In spite of this, May wrote that BDS has attracted followers on college campuses “and among certain NGOs and church groups.”
May said he was surprised by the extent and sophistication of BDS’s organization in the United States.
 
“BDS claims to be a grassroots movement, but a network of NGOs and other companies coordinate to fund, research and organize in support of anti-Israel boycotts,” he said.
 
Addressing what should be done by Western countries like the US to fight BDS, he explained that the campaign is waging a two-front war against Israel to harm both Israel’s economy and reputation.
 
“Attempts to stifle BDS should be forceful, but should not provide ammunition to activists seeking to portray Israel negatively,” he warned. “Additionally, in order to get ordinary citizens to take up the cause... BDS must convince others that the Israeli-Palestinian conflict is black and white.
 
“At a bare minimum, opponents of BDS need to show that the conflict is nuanced, with no easy solutions, and that the BDS campaign unjustifiably portrays the conflict in a very lopsided manner,” he stressed.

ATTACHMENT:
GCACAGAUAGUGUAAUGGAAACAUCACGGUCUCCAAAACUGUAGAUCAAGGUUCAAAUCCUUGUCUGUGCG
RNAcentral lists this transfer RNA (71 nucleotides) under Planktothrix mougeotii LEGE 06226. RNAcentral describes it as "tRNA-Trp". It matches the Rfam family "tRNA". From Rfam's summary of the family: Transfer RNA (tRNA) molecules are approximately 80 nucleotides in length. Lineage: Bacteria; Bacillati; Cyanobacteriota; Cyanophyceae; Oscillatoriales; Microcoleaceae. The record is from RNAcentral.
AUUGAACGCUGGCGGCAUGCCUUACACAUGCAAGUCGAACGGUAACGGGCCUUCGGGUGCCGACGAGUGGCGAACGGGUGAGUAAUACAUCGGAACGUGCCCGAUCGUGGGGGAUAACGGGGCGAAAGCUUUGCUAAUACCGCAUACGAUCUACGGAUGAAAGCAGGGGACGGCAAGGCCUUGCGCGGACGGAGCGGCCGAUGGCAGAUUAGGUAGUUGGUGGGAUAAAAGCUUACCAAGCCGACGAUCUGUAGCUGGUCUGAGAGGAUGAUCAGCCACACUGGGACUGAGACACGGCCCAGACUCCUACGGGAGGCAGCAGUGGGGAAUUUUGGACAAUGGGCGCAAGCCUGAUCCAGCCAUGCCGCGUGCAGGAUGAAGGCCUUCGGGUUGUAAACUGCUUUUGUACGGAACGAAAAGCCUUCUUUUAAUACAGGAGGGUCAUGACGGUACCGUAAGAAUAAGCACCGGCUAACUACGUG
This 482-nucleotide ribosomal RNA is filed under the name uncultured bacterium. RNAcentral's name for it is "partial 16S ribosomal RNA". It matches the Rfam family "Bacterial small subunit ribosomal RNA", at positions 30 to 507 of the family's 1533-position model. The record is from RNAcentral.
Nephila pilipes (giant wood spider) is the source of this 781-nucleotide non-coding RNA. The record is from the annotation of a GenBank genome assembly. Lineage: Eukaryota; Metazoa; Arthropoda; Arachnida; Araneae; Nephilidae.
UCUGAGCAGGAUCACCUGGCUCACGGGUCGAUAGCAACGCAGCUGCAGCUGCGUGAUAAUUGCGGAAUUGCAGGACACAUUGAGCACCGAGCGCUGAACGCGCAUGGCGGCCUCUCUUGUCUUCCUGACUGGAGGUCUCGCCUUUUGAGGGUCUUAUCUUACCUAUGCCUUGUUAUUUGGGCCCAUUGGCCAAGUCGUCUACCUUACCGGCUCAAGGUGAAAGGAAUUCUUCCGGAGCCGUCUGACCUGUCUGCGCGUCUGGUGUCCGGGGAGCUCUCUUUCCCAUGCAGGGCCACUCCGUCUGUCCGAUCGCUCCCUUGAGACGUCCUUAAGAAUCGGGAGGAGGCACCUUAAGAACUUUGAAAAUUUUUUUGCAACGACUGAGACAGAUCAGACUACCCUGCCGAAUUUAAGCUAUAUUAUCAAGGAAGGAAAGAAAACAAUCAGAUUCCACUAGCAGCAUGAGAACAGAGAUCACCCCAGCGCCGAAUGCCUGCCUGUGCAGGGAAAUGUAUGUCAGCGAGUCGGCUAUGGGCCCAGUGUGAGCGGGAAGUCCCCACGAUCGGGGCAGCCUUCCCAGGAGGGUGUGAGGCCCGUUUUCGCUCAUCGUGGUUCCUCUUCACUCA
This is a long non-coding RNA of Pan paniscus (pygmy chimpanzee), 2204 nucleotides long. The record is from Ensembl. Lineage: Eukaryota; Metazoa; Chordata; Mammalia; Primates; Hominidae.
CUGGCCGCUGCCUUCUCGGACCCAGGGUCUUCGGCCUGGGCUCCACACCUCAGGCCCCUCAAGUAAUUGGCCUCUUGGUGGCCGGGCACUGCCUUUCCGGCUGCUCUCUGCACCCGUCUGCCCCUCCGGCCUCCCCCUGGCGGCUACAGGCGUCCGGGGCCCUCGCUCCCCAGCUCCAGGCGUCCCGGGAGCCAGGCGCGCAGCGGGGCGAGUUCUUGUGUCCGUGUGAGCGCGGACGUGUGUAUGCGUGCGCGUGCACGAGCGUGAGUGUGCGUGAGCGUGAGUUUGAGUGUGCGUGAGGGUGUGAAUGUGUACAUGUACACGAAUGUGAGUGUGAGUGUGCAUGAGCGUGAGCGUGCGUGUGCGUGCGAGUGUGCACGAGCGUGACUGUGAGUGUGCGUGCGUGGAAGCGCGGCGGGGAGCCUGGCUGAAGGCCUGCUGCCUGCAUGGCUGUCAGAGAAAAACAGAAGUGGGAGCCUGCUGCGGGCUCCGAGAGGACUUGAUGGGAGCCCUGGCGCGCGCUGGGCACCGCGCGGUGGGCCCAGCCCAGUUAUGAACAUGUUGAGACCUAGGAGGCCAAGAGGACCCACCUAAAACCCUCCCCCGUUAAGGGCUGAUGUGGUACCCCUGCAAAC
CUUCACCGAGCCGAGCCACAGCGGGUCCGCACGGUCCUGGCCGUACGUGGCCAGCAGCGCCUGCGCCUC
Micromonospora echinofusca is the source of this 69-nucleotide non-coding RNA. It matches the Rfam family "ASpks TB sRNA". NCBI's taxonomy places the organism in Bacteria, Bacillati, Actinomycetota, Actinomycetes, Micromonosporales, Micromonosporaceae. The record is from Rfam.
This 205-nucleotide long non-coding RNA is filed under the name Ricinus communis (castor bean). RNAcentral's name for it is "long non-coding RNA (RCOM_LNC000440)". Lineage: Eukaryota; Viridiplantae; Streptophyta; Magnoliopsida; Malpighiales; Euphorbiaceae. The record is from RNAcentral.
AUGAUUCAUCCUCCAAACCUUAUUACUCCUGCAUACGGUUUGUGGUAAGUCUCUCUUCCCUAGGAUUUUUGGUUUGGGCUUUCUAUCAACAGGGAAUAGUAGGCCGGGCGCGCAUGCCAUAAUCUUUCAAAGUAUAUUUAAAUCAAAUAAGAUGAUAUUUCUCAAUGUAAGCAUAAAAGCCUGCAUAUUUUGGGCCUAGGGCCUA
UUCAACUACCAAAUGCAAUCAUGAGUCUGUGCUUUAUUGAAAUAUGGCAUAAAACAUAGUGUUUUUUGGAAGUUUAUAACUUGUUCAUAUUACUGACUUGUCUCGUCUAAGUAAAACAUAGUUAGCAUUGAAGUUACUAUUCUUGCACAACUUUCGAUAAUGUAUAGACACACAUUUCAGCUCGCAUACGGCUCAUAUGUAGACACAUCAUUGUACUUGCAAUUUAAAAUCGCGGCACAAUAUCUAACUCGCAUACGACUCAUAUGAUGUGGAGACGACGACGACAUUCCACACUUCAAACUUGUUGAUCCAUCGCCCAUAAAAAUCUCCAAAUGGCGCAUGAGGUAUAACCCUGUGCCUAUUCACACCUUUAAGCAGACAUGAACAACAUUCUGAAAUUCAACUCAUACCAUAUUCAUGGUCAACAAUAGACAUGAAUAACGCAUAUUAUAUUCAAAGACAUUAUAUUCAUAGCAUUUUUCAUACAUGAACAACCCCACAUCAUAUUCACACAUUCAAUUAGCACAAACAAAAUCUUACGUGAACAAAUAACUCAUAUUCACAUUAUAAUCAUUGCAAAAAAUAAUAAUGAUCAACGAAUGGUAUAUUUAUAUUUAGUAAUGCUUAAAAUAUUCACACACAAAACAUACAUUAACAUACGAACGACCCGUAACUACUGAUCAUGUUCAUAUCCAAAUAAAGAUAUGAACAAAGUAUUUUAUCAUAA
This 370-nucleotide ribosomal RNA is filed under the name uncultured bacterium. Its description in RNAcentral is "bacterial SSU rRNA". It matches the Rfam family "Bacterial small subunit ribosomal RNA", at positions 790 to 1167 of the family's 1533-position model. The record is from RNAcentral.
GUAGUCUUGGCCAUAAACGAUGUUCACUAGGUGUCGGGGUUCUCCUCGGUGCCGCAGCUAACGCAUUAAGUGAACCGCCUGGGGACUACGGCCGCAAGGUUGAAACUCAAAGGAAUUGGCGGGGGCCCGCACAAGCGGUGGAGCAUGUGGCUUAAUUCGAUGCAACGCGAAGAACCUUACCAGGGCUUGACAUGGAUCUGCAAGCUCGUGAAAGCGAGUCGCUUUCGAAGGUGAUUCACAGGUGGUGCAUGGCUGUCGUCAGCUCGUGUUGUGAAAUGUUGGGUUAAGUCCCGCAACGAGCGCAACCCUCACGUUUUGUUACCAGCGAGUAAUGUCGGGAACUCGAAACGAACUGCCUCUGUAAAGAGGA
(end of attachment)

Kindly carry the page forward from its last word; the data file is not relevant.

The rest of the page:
May highlighted that Freedom House, a leading monitor of international democracy, rates Israel as “Free,” assigning it the highest score of any Middle Eastern country.
 
“Yet the BDS campaign continues to generate negative publicity for Israel as part of its broader agenda of delegitimizing the Jewish state,” he wrote, stressing that the “ultimate outcome of this campaign is far from certain.”
 
In the final remarks of the report, May said that “if efforts to defame the sole Jewish nation-state prove successful over the long term, both economic and political consequences will inevitably follow... [but] so long as the US-Israel alliance remains strong, such an outcome is unlikely.”
 
Adding to this, he said that despite BDS’s attempt to create distance between the sides, there are growing signs of regional integration.
 
“Arab countries host Israeli athletes and have even played Israel’s national anthem and hoisted its flag for victorious Israelis,” he said. In late 2019, Arab intellectuals convened to express their opposition to boycotts.
 
“The future for a more prosperous Middle East is in building bridges, not burning them,” he concluded.